Once dough has rested, remove it from the bowl and knead for 5-10 minutes until dough is fairly smooth. Break off a small chunk of the dough and return the rest to the cloth-covered bowl. If you have a pasta crank, run the small piece of dough through the machine several times, starting on the largest setting and running the dough through at least one time on each setting all the way to “1”. The result should be a long, very thin piece of dough about 4-5 inches wide. If you do not have a pasta crank, roll the dough as thin as you can with a rolling pin on a floured surface.

Use a round cookie cutter or biscuit cutter about 3″ in diameter to cut out your wrappers. Dust each side generously with flour until the whole wrapper feels dusty and slightly gritty. This will allow you to stack the wrappers without them sticking together. Continue this process until all dough has been utilized, recombining the scraps to prevent wasting any.

Wrap stack of wrappers tightly with plastic wrap and refrigerate until you are ready to add the filling.


Pork & Ginger Apple Potstickers
Adapted from Katie at the Kitchen Door and Alton Brown

Makes 40-45 potstickers

NOTE: I thought it would be a brilliant idea to cook half of these & save the rest for the next day in the fridge. It was not. They all stuck together and tore as I tried to separate them. If you don’t want to cook them all at once, I recommend either keeping the filling separate and making the potstickers right before you cook them, or, you can freeze the constructed potstickers on a cookie sheet and then bag them up for storage. Then, thaw them out for a couple of hours before cooking.

For the Filling
40-50 wonton wrappers (see recipe above or use store-bought, round if you can find them)
1 pound ground pork
1/4 tsp black pepper
2/3 c scallions, chopped into 1/4″ pieces (whites & greens)
3 T soy sauce
1 c ginger apple chutney
Combine the following ingredients according to the instructions listed here to make a batch of chutney proportioned for the potstickers.
1/3 c onion, diced
2 tsp minced fresh ginger
2 medium crisp apples, peeled & diced into 1/4″ pieces
1 T lemon juice
1 tsp canola oil
1/8 tsp salt
1/8 tsp black pepper
1/4 c apple cider
1/4 c apple cider vinegar

If you are making the small-portion batch of chutney, prepare that recipe first and set chutney aside.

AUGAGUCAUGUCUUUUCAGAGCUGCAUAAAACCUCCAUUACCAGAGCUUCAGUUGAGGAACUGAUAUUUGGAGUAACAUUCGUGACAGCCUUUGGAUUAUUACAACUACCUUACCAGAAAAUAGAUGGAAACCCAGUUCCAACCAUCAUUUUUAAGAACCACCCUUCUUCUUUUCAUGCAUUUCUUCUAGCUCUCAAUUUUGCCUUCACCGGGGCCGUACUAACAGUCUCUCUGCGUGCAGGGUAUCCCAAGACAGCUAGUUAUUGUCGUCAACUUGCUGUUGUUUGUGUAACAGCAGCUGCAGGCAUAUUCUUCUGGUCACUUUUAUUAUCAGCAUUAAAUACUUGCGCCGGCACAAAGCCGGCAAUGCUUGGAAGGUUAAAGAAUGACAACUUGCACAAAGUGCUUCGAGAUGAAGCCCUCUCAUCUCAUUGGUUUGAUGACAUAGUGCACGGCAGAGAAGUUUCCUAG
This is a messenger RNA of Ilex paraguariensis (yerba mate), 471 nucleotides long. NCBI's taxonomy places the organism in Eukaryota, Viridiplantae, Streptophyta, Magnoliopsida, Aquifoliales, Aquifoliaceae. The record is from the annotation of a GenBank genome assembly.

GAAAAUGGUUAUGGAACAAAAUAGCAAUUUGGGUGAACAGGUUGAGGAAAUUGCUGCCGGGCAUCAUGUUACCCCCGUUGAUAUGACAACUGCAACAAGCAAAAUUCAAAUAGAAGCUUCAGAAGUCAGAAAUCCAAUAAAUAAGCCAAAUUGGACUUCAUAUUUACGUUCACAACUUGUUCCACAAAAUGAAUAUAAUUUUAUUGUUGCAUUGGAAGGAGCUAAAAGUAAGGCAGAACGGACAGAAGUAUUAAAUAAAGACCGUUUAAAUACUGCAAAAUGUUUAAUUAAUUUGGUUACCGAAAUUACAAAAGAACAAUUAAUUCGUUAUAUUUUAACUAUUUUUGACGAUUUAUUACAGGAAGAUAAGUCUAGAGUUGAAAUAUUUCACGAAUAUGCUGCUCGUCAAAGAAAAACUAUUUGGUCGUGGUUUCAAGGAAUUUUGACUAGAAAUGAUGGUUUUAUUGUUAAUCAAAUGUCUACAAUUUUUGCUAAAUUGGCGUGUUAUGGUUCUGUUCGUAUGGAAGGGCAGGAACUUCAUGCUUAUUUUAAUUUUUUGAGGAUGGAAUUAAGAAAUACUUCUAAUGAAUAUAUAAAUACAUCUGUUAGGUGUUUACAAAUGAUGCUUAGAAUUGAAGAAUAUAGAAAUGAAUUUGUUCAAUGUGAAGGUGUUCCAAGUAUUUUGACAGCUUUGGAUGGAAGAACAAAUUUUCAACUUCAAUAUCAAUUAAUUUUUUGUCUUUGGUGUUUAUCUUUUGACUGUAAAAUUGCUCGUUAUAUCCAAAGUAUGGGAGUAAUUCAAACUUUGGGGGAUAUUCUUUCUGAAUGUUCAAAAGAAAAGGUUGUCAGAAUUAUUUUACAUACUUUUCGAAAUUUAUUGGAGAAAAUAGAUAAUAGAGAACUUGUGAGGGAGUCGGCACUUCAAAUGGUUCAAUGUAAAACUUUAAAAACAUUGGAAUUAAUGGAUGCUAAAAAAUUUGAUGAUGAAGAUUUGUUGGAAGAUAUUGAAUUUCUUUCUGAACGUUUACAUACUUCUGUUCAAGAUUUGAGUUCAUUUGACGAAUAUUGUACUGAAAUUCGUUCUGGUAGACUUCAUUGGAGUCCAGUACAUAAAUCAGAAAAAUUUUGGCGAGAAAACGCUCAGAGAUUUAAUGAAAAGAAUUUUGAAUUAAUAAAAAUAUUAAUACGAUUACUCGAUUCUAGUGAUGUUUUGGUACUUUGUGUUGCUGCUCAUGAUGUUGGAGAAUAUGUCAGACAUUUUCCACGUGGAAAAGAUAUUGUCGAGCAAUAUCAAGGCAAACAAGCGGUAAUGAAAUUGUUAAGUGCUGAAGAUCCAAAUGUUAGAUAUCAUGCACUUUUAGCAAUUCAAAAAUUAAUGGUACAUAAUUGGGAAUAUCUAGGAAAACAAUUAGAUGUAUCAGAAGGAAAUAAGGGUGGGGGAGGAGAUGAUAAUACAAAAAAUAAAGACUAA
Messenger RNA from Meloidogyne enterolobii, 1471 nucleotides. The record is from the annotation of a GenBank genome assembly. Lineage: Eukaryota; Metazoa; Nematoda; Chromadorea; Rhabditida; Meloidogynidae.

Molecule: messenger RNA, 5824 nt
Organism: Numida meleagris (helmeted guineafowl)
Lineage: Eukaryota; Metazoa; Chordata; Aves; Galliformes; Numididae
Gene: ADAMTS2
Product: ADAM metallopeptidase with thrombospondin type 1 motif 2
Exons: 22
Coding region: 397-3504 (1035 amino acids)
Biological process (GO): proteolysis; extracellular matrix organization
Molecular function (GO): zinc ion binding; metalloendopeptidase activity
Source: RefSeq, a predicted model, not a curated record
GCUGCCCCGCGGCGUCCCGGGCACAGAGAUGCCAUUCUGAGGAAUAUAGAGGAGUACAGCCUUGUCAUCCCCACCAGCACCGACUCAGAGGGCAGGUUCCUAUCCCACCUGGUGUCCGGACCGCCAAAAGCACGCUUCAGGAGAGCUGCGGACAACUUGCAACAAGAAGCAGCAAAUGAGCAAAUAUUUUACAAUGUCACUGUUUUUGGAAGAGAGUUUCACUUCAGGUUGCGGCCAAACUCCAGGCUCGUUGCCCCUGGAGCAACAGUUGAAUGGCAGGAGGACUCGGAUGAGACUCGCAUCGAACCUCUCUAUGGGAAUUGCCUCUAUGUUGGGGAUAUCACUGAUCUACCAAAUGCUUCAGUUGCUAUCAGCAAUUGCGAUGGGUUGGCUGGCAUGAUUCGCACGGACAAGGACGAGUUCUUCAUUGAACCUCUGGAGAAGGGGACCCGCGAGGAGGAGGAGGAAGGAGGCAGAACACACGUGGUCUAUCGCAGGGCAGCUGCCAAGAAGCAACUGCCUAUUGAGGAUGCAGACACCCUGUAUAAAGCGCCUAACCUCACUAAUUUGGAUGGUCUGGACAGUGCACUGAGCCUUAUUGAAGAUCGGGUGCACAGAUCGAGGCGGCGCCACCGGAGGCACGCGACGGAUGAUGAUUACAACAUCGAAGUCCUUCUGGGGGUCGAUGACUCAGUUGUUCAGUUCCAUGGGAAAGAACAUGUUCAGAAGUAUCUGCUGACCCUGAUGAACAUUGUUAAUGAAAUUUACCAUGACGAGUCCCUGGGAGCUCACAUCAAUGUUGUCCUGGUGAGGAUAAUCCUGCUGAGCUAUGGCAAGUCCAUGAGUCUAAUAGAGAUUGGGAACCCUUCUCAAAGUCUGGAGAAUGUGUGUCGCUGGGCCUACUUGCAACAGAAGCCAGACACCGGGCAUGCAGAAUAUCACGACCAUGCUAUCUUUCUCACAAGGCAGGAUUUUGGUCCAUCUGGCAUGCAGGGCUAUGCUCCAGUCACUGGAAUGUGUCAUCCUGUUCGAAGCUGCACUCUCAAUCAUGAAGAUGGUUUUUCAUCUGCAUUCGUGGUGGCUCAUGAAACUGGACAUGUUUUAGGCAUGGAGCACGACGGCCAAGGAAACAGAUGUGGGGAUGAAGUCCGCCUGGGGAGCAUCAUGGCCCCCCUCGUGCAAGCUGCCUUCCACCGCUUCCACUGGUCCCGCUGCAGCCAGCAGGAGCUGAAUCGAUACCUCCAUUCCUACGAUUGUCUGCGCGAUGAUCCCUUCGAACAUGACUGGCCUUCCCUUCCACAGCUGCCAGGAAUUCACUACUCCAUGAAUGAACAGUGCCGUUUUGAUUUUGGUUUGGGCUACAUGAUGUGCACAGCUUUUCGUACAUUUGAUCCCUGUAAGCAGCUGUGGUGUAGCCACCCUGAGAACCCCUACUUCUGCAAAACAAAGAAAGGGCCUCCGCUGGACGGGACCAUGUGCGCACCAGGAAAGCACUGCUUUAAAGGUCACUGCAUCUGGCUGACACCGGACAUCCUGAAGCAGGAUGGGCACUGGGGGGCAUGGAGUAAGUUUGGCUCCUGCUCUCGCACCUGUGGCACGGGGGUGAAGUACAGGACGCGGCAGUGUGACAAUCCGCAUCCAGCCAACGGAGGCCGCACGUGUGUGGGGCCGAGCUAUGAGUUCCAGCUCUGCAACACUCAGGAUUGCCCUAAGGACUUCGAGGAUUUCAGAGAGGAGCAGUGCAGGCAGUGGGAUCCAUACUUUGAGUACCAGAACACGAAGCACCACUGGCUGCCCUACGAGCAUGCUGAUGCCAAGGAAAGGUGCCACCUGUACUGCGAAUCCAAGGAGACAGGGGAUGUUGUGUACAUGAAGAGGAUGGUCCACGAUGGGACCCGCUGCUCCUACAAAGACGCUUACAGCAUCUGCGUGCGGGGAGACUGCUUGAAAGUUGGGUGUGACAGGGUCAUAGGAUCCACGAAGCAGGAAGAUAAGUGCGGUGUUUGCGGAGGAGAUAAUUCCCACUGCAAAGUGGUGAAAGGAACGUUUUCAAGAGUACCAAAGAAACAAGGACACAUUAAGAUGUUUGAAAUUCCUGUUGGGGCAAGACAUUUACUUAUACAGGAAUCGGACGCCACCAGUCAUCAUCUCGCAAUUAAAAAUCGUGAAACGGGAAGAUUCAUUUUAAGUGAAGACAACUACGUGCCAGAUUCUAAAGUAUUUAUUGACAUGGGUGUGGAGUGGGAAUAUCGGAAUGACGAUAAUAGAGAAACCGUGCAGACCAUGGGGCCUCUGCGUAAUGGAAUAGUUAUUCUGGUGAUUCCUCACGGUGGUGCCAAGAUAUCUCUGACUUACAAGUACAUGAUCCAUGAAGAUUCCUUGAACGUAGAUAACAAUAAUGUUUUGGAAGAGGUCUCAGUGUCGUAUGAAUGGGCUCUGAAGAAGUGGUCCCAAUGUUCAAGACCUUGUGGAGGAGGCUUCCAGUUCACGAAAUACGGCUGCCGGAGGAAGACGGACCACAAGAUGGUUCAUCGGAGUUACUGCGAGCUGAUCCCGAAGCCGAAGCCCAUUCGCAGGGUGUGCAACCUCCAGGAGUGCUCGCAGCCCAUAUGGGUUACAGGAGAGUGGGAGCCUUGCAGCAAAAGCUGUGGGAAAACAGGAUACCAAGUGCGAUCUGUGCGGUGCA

Cook pork until lightly browned using a spatula to break chunks into small pieces. Drain off the excess grease and place pork in a large bowl. Add the black pepper, scallions, soy sauce, and chutney and mix well. Adjust seasoning to taste.

Place 12 wonton wrappers out on a cutting board. Scoop 1-2 tablespoons of filling onto the center of each wonton wrapper. It may take you a few attempts to determine the right amount: the potsticker, when sealed, should be full but not so full that it cannot be sealed closed. Dip the tip of your finger into water and lightly moisten the edge of the wonton wrapper all the way around. Fold the edges together to form a half-moon shape and squeeze the edges to form a seal. For added seal and decoration, you can fold the corners in slightly and make small folds in the edging. Place filled potstickers on another board and cover with a cloth to prevent them from drying out. Continue until all filling has been used.

Cooking the Potstickers
canola or vegetable oil
chicken stock, about 1 cup
chopped fresh chives (for garnishing)

Heat a sauté pan that has a lid (though the lid should not be on it right now) over medium heat. Measure out 1/4 cup of chicken stock and set aside. Brush a bit of oil onto the surface of the pin to form a very thin layer. Place potstickers on their sides into the pan, adding as many to the pan as will fit with a bit of space separating them (I was able to fit 12 in at a time). Allow potstickers to cook WITHOUT MOVING THEM for 2-3 minutes. Holding the 1/4 cup of chicken stock in one hand and the lid of the pan in the other, quickly pour the stock into the pan and immediately place the lid onto the pan. Allow potstickers to steam, undisturbed, for an additional 3 minutes.

Remove lid and remove potstickers to a serving plate. Deglaze the pan with water and repeat the cooking process for the remaining potstickers.

Serve potstickers immediately, garnished with chopped chives and served with dipping sauce if desired.

For the Dipping Sauce
3 T soy sauce
1/4 tsp red pepper flakes
1/2 tsp garlic powder
1/4 tsp ground ginger

Combine ingredients in a small dish. Stir well. Dip potstickers very lightly into the sauce, a little goes a long way!